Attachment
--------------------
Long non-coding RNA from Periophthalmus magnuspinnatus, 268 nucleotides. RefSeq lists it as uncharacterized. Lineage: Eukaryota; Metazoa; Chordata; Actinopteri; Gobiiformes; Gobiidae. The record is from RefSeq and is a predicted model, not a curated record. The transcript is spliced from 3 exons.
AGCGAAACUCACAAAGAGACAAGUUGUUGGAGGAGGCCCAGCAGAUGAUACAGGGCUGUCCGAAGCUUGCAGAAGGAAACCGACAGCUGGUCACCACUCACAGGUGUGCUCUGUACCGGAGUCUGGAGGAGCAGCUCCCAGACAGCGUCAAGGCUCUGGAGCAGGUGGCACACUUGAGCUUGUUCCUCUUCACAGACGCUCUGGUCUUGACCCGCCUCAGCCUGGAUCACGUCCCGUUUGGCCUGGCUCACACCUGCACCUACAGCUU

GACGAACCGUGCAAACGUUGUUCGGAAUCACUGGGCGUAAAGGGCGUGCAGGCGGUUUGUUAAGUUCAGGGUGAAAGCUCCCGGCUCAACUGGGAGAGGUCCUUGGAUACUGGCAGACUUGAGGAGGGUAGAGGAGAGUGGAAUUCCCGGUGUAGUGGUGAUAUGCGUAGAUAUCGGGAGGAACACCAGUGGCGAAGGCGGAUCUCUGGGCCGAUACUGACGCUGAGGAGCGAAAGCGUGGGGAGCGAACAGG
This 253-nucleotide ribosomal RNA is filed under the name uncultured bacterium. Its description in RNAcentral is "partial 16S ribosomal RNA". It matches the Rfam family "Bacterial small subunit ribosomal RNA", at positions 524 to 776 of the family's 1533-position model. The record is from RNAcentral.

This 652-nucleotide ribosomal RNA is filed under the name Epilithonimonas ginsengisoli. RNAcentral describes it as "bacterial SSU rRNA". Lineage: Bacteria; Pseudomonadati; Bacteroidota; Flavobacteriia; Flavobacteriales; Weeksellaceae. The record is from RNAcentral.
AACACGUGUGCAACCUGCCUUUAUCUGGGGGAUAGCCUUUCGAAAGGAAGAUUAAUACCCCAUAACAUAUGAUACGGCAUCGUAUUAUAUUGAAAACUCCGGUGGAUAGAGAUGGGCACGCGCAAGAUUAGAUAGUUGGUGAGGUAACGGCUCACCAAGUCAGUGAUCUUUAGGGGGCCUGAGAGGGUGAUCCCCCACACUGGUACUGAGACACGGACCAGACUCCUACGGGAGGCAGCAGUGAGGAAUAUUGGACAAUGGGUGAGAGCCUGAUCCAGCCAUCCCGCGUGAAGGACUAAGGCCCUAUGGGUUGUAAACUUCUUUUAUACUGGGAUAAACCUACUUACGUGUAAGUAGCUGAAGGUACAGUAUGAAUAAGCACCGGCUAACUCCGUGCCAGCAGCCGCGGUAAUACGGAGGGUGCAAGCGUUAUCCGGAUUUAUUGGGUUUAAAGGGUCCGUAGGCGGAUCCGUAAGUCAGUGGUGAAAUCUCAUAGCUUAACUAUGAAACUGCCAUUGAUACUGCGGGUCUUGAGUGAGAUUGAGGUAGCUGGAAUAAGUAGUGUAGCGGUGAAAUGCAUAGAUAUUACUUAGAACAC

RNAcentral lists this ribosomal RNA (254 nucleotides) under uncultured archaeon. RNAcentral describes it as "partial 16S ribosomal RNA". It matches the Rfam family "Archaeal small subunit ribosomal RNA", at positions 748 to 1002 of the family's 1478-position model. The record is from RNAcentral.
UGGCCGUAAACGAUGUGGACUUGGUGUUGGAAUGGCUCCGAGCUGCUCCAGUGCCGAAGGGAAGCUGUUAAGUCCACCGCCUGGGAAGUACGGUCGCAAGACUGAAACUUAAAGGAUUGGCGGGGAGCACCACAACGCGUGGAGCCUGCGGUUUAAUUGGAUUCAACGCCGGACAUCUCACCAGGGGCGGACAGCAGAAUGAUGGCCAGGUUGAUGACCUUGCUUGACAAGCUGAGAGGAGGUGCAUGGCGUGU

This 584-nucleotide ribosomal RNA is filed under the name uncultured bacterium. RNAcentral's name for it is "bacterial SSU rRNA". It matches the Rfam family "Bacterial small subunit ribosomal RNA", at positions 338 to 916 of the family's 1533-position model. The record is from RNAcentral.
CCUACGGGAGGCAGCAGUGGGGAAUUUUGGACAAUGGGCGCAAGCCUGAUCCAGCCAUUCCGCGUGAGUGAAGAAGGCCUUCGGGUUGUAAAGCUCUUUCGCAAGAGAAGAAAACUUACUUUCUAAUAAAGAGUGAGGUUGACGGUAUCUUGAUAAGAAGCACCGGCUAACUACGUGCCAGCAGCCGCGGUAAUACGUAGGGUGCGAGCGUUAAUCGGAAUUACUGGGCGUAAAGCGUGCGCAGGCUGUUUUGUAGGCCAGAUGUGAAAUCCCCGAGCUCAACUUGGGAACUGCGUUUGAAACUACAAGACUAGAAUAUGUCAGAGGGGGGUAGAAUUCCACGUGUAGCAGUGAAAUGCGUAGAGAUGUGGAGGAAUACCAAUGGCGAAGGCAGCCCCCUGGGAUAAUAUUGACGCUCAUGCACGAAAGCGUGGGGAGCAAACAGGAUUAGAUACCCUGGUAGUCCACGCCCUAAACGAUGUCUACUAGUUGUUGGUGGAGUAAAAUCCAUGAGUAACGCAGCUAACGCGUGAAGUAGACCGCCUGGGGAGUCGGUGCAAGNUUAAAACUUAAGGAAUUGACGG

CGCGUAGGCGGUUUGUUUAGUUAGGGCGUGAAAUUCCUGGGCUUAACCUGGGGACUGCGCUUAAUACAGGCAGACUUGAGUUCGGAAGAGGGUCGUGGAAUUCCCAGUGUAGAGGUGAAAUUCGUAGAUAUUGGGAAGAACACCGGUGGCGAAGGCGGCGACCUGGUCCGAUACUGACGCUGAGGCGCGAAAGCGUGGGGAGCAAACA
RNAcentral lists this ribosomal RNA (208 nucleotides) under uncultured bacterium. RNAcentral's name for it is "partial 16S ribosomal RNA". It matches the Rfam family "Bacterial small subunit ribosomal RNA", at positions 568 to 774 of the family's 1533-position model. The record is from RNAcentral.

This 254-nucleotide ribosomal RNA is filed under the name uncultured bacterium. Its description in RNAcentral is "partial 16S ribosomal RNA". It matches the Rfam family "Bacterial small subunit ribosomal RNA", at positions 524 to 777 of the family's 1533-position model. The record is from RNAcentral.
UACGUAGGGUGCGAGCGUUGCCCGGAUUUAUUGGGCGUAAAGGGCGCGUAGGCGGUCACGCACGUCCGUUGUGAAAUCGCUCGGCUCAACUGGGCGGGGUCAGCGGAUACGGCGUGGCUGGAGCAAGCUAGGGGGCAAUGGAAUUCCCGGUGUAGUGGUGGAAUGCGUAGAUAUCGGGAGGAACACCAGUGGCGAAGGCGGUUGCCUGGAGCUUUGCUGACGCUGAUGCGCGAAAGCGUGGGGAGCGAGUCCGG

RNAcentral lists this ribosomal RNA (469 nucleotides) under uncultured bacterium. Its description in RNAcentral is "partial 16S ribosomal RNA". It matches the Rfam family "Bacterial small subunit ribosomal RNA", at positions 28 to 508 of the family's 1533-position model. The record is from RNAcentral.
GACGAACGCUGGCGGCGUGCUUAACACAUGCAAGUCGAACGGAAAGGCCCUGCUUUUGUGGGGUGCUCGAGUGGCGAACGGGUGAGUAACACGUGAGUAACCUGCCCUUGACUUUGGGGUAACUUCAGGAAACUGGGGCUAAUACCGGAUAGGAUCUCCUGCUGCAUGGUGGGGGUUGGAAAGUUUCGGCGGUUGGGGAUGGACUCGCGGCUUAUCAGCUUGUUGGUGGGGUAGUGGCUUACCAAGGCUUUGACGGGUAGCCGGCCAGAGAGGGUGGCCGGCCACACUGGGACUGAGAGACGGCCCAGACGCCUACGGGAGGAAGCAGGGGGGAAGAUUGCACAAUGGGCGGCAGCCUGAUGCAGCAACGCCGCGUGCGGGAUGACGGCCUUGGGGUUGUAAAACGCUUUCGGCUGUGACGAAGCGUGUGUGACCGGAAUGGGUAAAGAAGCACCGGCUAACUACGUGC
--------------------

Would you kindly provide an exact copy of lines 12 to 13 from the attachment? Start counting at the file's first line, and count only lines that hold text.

RNAcentral lists this ribosomal RNA (208 nucleotides) under uncultured bacterium. RNAcentral's name for it is "partial 16S ribosomal RNA". It matches the Rfam family "Bacterial small subunit ribosomal RNA", at positions 568 to 774 of the family's 1533-position model. The record is from RNAcentral.

This 254-nucleotide ribosomal RNA is filed under the name uncultured bacterium. Its description in RNAcentral is "partial 16S ribosomal RNA". It matches the Rfam family "Bacterial small subunit ribosomal RNA", at positions 524 to 777 of the family's 1533-position model. The record is from RNAcentral.